2.  Gold does not need repairs, a house does

3.  Gold is not a sinkhole for money, a house is (there are constantly things that need to be done/ $ in a house)

 

jlshen2000's picture
jlshen2000
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Re: A home (and other tangible items) vs. gold

Many believe that hyperinflation is coming with quantitative easing policy. If it does indeed come, paying off fixed rate mortgage now would be extremely foolish. Bernanke would like to inflate away our debt. Therefore, we should BORROW as much as possible now. I would then buy tangible assets, like PM ( especially silver), oil and coal/uranium, agriculture products, and related equities. Farmland could be good buy, too, but I am afraid of taxes.

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yoshhash
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Re: A home (and other tangible items) vs. gold
Jarhett wrote:

2. Gold does not need repairs, a house does

3. Gold is not a sinkhole for money, a house is (there are constantly things that need to be done/ $ in a house)

 

I don't think this is a sound argument. I suppose this is a relative point- you could say the same about anything with which you form a complex relationship- a vegetable garden, bicycles, (proprietorship) businesses, even spouses- yes they can drain your money, but the presumption is that you get good at cultivating that relationship- if you are willing to learn the basic skills, and once you get a handle on them, a good house (or business, bike, spouse... LOL!) should never be a "sinkhole" for money. Maintenance costs money but pays extremely high dividends.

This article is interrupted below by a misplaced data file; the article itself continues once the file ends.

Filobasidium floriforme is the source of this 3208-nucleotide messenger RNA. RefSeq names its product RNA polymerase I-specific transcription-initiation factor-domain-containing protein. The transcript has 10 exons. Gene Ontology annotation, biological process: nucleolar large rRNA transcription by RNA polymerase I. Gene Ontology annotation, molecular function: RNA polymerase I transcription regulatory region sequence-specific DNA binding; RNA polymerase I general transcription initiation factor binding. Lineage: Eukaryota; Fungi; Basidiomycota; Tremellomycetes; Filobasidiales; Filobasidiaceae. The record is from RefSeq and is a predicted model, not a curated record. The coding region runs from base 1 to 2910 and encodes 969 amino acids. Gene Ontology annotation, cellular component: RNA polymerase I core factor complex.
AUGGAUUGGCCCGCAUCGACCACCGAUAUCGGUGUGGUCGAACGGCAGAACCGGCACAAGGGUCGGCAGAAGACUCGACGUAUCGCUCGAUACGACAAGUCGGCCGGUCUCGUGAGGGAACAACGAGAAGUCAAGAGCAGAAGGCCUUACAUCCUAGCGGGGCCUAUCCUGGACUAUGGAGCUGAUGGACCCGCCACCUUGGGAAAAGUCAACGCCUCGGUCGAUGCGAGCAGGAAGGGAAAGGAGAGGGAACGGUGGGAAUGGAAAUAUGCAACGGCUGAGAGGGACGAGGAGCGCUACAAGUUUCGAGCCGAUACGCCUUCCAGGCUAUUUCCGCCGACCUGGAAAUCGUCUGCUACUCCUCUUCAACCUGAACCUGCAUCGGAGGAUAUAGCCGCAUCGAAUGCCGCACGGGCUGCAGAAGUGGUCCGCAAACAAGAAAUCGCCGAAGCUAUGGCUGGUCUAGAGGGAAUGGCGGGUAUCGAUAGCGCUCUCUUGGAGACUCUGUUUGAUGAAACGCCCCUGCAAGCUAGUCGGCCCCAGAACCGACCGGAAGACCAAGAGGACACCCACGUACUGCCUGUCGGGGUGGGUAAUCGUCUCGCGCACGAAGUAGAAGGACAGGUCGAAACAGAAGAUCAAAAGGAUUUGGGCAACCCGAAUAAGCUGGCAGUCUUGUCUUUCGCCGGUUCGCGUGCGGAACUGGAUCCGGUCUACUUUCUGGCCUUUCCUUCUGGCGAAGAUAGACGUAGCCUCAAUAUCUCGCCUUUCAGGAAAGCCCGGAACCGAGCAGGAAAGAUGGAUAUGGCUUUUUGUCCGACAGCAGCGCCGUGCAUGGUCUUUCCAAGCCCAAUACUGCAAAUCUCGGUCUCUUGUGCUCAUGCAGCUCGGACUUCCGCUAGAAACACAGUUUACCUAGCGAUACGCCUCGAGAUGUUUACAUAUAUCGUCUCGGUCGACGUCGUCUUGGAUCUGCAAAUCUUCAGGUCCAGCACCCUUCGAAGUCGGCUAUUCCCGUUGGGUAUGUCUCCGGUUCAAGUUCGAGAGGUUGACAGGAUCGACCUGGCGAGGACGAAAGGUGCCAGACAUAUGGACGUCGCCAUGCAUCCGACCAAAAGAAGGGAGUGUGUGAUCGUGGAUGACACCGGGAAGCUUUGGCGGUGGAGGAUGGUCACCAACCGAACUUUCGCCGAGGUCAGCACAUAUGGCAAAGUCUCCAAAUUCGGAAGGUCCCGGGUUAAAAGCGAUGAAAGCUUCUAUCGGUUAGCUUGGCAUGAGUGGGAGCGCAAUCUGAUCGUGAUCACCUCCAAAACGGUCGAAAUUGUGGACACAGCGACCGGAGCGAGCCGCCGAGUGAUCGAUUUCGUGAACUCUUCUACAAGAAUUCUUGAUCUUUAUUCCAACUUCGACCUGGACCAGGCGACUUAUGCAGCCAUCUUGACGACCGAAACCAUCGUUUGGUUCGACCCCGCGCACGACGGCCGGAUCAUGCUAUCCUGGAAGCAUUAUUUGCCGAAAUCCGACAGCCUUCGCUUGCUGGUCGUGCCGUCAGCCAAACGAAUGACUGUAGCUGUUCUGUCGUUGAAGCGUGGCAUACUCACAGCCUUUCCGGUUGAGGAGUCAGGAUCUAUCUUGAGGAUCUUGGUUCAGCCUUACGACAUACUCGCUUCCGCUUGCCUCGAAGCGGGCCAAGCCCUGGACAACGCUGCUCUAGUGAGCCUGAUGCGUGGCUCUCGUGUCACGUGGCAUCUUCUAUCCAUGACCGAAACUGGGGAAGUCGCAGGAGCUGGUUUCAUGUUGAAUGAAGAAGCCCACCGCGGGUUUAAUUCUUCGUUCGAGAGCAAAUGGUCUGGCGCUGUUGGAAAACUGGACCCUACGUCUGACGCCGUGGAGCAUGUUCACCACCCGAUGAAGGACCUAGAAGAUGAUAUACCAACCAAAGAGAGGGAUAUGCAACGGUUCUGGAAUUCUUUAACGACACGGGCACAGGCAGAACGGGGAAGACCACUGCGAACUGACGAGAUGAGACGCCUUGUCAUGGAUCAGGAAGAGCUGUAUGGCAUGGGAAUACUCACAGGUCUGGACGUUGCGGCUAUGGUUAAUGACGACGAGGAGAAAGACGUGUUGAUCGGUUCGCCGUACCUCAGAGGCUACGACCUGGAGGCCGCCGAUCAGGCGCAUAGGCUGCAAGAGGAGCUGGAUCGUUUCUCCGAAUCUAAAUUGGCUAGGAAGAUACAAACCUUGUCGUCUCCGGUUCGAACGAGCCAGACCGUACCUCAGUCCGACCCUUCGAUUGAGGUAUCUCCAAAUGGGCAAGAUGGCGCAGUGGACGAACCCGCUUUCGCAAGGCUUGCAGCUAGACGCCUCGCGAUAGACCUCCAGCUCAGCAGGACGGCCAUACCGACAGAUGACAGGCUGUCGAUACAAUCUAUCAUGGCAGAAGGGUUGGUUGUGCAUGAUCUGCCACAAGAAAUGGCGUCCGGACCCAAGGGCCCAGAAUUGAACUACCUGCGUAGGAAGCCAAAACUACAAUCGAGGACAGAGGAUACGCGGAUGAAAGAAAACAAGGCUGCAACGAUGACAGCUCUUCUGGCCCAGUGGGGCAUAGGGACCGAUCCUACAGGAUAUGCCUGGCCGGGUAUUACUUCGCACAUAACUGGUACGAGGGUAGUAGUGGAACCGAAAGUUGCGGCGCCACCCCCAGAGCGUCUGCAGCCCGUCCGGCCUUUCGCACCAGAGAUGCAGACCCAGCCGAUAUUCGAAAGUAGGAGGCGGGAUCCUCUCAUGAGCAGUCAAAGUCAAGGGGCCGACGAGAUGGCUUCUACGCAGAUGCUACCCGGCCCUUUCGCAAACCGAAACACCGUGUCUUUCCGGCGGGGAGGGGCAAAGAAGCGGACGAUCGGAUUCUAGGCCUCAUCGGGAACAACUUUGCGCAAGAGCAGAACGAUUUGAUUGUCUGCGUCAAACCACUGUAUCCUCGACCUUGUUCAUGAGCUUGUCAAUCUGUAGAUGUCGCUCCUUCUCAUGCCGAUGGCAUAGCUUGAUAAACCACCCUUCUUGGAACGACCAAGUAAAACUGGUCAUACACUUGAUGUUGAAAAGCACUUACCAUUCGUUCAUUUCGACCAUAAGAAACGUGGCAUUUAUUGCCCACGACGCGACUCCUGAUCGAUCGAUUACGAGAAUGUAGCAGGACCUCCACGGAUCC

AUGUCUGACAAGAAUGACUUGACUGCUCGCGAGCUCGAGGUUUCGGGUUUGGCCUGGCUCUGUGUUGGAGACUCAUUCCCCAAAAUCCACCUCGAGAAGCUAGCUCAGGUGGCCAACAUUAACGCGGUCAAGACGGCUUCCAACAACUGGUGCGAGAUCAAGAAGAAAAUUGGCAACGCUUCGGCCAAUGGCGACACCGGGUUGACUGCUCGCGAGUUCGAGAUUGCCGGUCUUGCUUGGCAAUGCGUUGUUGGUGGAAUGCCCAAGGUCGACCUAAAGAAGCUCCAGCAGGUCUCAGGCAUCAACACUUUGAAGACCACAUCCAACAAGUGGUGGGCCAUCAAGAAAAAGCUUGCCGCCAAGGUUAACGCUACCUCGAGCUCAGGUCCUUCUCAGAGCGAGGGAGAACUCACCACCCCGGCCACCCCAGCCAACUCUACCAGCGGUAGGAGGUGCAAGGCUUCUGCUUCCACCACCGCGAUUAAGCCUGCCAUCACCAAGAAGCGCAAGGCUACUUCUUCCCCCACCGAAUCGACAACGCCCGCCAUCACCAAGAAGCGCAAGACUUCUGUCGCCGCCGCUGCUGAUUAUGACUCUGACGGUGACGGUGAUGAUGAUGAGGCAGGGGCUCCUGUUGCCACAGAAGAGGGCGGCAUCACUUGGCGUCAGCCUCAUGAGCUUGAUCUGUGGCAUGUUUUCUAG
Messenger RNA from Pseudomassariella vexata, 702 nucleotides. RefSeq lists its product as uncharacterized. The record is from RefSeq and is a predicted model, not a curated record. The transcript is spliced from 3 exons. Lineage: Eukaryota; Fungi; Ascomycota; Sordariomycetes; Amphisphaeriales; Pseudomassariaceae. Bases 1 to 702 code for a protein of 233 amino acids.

No matter how good your relationship gets with your landlord, however, it is doubtful that he will ever waive the rent.

1440 minutes's picture
1440 minutes
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Re: A home (and other tangible items) vs. gold
jlshen2000 wrote:

Many believe that hyperinflation is coming with quantitative easing policy. If it does indeed come, paying off fixed rate mortgage now would be extremely foolish. Bernanke would like to inflate away our debt. Therefore, we should BORROW as much as possible now. I would then buy tangible assets, like PM ( especially silver), oil and coal/uranium, agriculture products, and related equities. Farmland could be good buy, too, but I am afraid of taxes.

In my profession, we are paid less than we were paid 15 years ago, and that's without factoring in inflation. So Bernanke can inflate all he wants. The flooded dollars won't come to certain parts of of the population. I am not convinced that I will reap the benefit of more dollars, so I feel strongly compelled to pay off my debts.